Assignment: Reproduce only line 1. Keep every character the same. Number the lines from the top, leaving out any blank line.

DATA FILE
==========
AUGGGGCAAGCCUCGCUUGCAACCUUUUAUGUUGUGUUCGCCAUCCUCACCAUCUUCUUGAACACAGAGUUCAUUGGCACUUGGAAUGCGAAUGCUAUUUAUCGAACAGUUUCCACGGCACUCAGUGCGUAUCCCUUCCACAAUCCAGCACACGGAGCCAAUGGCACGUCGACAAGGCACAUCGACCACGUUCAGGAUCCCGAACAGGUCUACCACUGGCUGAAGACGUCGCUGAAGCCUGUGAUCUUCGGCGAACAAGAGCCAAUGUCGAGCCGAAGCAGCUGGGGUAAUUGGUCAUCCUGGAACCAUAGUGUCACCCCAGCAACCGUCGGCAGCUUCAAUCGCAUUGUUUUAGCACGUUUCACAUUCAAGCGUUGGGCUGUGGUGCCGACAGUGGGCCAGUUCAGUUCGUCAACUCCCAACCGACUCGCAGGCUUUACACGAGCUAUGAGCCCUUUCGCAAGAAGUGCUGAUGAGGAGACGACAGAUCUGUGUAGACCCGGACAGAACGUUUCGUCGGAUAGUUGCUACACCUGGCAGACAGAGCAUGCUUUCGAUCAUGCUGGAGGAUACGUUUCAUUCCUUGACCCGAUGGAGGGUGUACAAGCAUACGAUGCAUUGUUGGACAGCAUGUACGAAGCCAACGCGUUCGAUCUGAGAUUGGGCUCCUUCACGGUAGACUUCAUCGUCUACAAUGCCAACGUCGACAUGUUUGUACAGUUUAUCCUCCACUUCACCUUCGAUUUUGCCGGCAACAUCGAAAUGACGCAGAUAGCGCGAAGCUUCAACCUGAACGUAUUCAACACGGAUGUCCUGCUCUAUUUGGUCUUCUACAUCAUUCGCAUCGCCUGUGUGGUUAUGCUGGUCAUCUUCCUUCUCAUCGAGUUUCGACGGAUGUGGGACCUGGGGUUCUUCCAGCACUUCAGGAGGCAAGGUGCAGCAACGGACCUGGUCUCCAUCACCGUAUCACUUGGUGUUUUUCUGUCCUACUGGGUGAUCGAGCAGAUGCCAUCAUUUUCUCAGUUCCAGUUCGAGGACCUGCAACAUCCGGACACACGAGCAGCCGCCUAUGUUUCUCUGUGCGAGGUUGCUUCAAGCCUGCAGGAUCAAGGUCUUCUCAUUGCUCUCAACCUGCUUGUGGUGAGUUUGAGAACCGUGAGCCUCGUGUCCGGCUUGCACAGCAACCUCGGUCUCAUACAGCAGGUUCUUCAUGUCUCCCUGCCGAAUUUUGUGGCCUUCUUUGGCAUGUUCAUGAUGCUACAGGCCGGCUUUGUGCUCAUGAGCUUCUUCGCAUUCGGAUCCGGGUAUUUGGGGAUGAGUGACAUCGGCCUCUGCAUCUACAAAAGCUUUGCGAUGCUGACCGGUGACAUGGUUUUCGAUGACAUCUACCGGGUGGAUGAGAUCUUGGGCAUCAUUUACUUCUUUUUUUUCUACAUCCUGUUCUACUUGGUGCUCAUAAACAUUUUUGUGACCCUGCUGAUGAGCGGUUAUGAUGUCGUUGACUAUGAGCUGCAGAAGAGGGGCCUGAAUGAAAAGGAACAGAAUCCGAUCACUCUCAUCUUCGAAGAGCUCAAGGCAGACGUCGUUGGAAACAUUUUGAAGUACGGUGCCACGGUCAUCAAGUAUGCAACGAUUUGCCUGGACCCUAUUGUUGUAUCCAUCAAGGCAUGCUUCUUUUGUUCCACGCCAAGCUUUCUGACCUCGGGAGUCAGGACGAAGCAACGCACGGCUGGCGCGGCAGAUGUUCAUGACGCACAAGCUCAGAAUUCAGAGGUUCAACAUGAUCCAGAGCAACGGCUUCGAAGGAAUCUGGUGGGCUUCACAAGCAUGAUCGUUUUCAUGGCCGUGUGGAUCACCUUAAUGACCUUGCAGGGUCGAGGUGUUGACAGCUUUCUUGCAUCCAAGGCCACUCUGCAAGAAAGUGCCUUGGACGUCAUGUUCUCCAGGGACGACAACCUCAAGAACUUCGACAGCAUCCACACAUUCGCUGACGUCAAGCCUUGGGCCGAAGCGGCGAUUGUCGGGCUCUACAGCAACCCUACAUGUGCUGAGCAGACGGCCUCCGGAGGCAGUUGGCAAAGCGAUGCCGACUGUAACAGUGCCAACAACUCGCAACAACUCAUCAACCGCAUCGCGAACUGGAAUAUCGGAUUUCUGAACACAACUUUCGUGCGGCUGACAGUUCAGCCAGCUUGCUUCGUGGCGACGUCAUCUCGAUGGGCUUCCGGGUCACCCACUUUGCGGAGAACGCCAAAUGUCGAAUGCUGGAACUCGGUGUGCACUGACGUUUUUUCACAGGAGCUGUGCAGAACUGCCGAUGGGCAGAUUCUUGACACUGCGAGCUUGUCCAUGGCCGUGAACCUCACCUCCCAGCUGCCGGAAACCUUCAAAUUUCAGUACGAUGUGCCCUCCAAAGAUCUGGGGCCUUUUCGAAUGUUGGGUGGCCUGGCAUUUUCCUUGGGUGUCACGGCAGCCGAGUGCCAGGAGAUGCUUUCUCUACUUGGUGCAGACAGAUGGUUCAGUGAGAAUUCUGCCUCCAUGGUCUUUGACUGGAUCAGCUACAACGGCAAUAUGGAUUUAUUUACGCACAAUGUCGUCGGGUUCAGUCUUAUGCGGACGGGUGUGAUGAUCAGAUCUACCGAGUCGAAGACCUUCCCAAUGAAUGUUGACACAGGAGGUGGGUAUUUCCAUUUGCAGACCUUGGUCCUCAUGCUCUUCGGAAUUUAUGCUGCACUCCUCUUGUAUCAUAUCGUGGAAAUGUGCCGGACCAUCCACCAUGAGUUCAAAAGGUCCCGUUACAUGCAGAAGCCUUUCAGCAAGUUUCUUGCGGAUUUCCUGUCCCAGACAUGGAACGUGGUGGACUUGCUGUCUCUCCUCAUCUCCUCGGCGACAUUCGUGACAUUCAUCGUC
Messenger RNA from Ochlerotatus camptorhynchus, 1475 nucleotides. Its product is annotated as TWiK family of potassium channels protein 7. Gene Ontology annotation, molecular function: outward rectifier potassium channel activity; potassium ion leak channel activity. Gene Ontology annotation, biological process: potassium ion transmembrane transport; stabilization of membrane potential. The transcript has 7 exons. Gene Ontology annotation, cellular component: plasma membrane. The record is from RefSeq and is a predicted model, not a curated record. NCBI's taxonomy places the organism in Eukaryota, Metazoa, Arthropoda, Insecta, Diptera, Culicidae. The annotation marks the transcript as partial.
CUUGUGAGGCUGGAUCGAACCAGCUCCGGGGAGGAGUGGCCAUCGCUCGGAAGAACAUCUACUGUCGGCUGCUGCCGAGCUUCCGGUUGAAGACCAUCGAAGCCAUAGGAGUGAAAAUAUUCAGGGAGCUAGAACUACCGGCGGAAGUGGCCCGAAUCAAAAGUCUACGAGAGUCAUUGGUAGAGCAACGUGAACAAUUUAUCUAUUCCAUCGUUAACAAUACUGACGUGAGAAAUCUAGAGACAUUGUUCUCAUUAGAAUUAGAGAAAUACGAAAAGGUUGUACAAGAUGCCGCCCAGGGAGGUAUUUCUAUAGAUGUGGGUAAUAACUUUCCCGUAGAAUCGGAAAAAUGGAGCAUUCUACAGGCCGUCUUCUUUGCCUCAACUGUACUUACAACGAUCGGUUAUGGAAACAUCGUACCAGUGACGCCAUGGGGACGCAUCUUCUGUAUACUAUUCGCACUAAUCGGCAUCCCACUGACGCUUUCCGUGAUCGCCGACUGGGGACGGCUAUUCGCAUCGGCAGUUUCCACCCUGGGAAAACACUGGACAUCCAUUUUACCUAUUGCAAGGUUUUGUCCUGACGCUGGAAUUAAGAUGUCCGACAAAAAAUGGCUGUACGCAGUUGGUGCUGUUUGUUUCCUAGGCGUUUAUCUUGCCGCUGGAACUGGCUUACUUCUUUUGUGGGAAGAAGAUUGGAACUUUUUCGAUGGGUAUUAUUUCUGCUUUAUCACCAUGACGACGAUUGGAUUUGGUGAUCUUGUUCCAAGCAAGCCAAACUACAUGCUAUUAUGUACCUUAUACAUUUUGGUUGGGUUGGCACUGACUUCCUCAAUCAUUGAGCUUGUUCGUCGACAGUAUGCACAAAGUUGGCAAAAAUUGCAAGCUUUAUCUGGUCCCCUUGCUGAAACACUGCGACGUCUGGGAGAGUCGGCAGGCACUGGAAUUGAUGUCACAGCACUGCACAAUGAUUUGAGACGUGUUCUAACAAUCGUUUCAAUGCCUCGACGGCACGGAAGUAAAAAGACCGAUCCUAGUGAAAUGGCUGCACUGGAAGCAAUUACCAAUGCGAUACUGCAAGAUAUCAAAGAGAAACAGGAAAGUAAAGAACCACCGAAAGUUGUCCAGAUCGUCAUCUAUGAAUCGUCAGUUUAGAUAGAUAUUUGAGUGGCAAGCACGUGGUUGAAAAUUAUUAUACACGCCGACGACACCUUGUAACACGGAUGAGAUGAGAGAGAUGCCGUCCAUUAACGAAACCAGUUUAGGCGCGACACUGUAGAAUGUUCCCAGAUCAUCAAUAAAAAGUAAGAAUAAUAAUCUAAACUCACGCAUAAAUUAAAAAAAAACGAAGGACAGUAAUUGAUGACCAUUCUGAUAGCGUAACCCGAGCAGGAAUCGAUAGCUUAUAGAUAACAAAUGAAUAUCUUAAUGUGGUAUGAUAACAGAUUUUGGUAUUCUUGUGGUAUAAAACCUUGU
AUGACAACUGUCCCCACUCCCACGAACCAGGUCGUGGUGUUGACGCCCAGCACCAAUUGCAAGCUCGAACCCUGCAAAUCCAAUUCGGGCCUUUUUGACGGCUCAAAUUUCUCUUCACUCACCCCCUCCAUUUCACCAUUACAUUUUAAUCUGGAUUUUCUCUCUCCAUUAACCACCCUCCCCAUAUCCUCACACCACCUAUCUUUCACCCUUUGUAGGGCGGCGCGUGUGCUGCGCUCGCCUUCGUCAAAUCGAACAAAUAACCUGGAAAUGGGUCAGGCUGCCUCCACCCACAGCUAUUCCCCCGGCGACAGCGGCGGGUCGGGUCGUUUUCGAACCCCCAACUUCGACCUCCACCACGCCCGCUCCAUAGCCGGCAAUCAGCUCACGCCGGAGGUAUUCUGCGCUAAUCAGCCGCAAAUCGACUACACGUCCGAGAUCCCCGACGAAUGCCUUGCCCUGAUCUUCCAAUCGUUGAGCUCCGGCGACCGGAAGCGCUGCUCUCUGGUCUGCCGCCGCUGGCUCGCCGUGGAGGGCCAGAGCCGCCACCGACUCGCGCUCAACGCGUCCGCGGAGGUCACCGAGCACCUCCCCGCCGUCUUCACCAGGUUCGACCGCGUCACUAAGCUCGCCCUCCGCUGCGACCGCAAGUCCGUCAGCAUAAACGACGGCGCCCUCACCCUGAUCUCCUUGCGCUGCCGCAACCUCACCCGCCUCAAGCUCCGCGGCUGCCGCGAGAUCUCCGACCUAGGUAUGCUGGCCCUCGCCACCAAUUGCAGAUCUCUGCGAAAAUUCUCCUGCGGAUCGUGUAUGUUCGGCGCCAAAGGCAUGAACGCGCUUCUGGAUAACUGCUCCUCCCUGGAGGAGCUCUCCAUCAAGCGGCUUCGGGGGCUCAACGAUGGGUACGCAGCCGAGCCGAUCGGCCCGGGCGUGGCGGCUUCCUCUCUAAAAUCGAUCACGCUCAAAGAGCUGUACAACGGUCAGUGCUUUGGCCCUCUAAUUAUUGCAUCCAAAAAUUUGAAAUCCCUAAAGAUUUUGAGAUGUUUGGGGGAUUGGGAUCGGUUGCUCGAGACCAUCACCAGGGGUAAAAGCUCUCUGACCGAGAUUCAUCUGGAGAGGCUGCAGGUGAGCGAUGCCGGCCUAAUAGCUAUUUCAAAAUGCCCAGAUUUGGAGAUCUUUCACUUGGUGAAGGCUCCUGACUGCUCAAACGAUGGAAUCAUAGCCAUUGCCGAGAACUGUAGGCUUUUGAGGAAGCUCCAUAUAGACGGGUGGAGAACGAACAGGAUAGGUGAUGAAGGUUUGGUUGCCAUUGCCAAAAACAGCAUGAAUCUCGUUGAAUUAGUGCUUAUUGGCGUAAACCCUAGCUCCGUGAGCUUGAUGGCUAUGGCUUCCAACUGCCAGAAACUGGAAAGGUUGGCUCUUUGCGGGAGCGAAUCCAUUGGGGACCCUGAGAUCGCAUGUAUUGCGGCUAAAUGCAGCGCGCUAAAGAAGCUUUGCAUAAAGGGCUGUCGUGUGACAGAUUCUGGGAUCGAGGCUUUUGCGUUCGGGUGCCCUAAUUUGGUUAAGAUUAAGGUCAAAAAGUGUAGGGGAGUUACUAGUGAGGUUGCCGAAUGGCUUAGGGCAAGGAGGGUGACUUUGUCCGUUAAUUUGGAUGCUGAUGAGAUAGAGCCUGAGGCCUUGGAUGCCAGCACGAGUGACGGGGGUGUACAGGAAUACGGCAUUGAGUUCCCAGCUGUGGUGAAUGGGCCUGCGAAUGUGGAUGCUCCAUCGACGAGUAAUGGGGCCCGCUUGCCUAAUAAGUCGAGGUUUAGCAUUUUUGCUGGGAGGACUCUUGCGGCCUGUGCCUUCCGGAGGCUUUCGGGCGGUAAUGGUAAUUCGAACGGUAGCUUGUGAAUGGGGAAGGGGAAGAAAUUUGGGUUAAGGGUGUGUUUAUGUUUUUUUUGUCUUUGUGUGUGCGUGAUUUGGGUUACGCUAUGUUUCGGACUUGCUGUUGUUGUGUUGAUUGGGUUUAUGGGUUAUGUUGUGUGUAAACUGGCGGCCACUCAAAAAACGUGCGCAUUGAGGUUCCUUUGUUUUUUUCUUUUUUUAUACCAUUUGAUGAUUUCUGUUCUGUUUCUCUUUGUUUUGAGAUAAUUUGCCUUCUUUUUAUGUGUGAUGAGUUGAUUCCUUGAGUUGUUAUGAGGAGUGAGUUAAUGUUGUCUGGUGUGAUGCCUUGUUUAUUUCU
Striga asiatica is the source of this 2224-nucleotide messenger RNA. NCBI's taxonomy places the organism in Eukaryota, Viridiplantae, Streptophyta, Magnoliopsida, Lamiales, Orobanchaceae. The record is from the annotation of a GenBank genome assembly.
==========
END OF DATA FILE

AUGGGGCAAGCCUCGCUUGCAACCUUUUAUGUUGUGUUCGCCAUCCUCACCAUCUUCUUGAACACAGAGUUCAUUGGCACUUGGAAUGCGAAUGCUAUUUAUCGAACAGUUUCCACGGCACUCAGUGCGUAUCCCUUCCACAAUCCAGCACACGGAGCCAAUGGCACGUCGACAAGGCACAUCGACCACGUUCAGGAUCCCGAACAGGUCUACCACUGGCUGAAGACGUCGCUGAAGCCUGUGAUCUUCGGCGAACAAGAGCCAAUGUCGAGCCGAAGCAGCUGGGGUAAUUGGUCAUCCUGGAACCAUAGUGUCACCCCAGCAACCGUCGGCAGCUUCAAUCGCAUUGUUUUAGCACGUUUCACAUUCAAGCGUUGGGCUGUGGUGCCGACAGUGGGCCAGUUCAGUUCGUCAACUCCCAACCGACUCGCAGGCUUUACACGAGCUAUGAGCCCUUUCGCAAGAAGUGCUGAUGAGGAGACGACAGAUCUGUGUAGACCCGGACAGAACGUUUCGUCGGAUAGUUGCUACACCUGGCAGACAGAGCAUGCUUUCGAUCAUGCUGGAGGAUACGUUUCAUUCCUUGACCCGAUGGAGGGUGUACAAGCAUACGAUGCAUUGUUGGACAGCAUGUACGAAGCCAACGCGUUCGAUCUGAGAUUGGGCUCCUUCACGGUAGACUUCAUCGUCUACAAUGCCAACGUCGACAUGUUUGUACAGUUUAUCCUCCACUUCACCUUCGAUUUUGCCGGCAACAUCGAAAUGACGCAGAUAGCGCGAAGCUUCAACCUGAACGUAUUCAACACGGAUGUCCUGCUCUAUUUGGUCUUCUACAUCAUUCGCAUCGCCUGUGUGGUUAUGCUGGUCAUCUUCCUUCUCAUCGAGUUUCGACGGAUGUGGGACCUGGGGUUCUUCCAGCACUUCAGGAGGCAAGGUGCAGCAACGGACCUGGUCUCCAUCACCGUAUCACUUGGUGUUUUUCUGUCCUACUGGGUGAUCGAGCAGAUGCCAUCAUUUUCUCAGUUCCAGUUCGAGGACCUGCAACAUCCGGACACACGAGCAGCCGCCUAUGUUUCUCUGUGCGAGGUUGCUUCAAGCCUGCAGGAUCAAGGUCUUCUCAUUGCUCUCAACCUGCUUGUGGUGAGUUUGAGAACCGUGAGCCUCGUGUCCGGCUUGCACAGCAACCUCGGUCUCAUACAGCAGGUUCUUCAUGUCUCCCUGCCGAAUUUUGUGGCCUUCUUUGGCAUGUUCAUGAUGCUACAGGCCGGCUUUGUGCUCAUGAGCUUCUUCGCAUUCGGAUCCGGGUAUUUGGGGAUGAGUGACAUCGGCCUCUGCAUCUACAAAAGCUUUGCGAUGCUGACCGGUGACAUGGUUUUCGAUGACAUCUACCGGGUGGAUGAGAUCUUGGGCAUCAUUUACUUCUUUUUUUUCUACAUCCUGUUCUACUUGGUGCUCAUAAACAUUUUUGUGACCCUGCUGAUGAGCGGUUAUGAUGUCGUUGACUAUGAGCUGCAGAAGAGGGGCCUGAAUGAAAAGGAACAGAAUCCGAUCACUCUCAUCUUCGAAGAGCUCAAGGCAGACGUCGUUGGAAACAUUUUGAAGUACGGUGCCACGGUCAUCAAGUAUGCAACGAUUUGCCUGGACCCUAUUGUUGUAUCCAUCAAGGCAUGCUUCUUUUGUUCCACGCCAAGCUUUCUGACCUCGGGAGUCAGGACGAAGCAACGCACGGCUGGCGCGGCAGAUGUUCAUGACGCACAAGCUCAGAAUUCAGAGGUUCAACAUGAUCCAGAGCAACGGCUUCGAAGGAAUCUGGUGGGCUUCACAAGCAUGAUCGUUUUCAUGGCCGUGUGGAUCACCUUAAUGACCUUGCAGGGUCGAGGUGUUGACAGCUUUCUUGCAUCCAAGGCCACUCUGCAAGAAAGUGCCUUGGACGUCAUGUUCUCCAGGGACGACAACCUCAAGAACUUCGACAGCAUCCACACAUUCGCUGACGUCAAGCCUUGGGCCGAAGCGGCGAUUGUCGGGCUCUACAGCAACCCUACAUGUGCUGAGCAGACGGCCUCCGGAGGCAGUUGGCAAAGCGAUGCCGACUGUAACAGUGCCAACAACUCGCAACAACUCAUCAACCGCAUCGCGAACUGGAAUAUCGGAUUUCUGAACACAACUUUCGUGCGGCUGACAGUUCAGCCAGCUUGCUUCGUGGCGACGUCAUCUCGAUGGGCUUCCGGGUCACCCACUUUGCGGAGAACGCCAAAUGUCGAAUGCUGGAACUCGGUGUGCACUGACGUUUUUUCACAGGAGCUGUGCAGAACUGCCGAUGGGCAGAUUCUUGACACUGCGAGCUUGUCCAUGGCCGUGAACCUCACCUCCCAGCUGCCGGAAACCUUCAAAUUUCAGUACGAUGUGCCCUCCAAAGAUCUGGGGCCUUUUCGAAUGUUGGGUGGCCUGGCAUUUUCCUUGGGUGUCACGGCAGCCGAGUGCCAGGAGAUGCUUUCUCUACUUGGUGCAGACAGAUGGUUCAGUGAGAAUUCUGCCUCCAUGGUCUUUGACUGGAUCAGCUACAACGGCAAUAUGGAUUUAUUUACGCACAAUGUCGUCGGGUUCAGUCUUAUGCGGACGGGUGUGAUGAUCAGAUCUACCGAGUCGAAGACCUUCCCAAUGAAUGUUGACACAGGAGGUGGGUAUUUCCAUUUGCAGACCUUGGUCCUCAUGCUCUUCGGAAUUUAUGCUGCACUCCUCUUGUAUCAUAUCGUGGAAAUGUGCCGGACCAUCCACCAUGAGUUCAAAAGGUCCCGUUACAUGCAGAAGCCUUUCAGCAAGUUUCUUGCGGAUUUCCUGUCCCAGACAUGGAACGUGGUGGACUUGCUGUCUCUCCUCAUCUCCUCGGCGACAUUCGUGACAUUCAUCGUC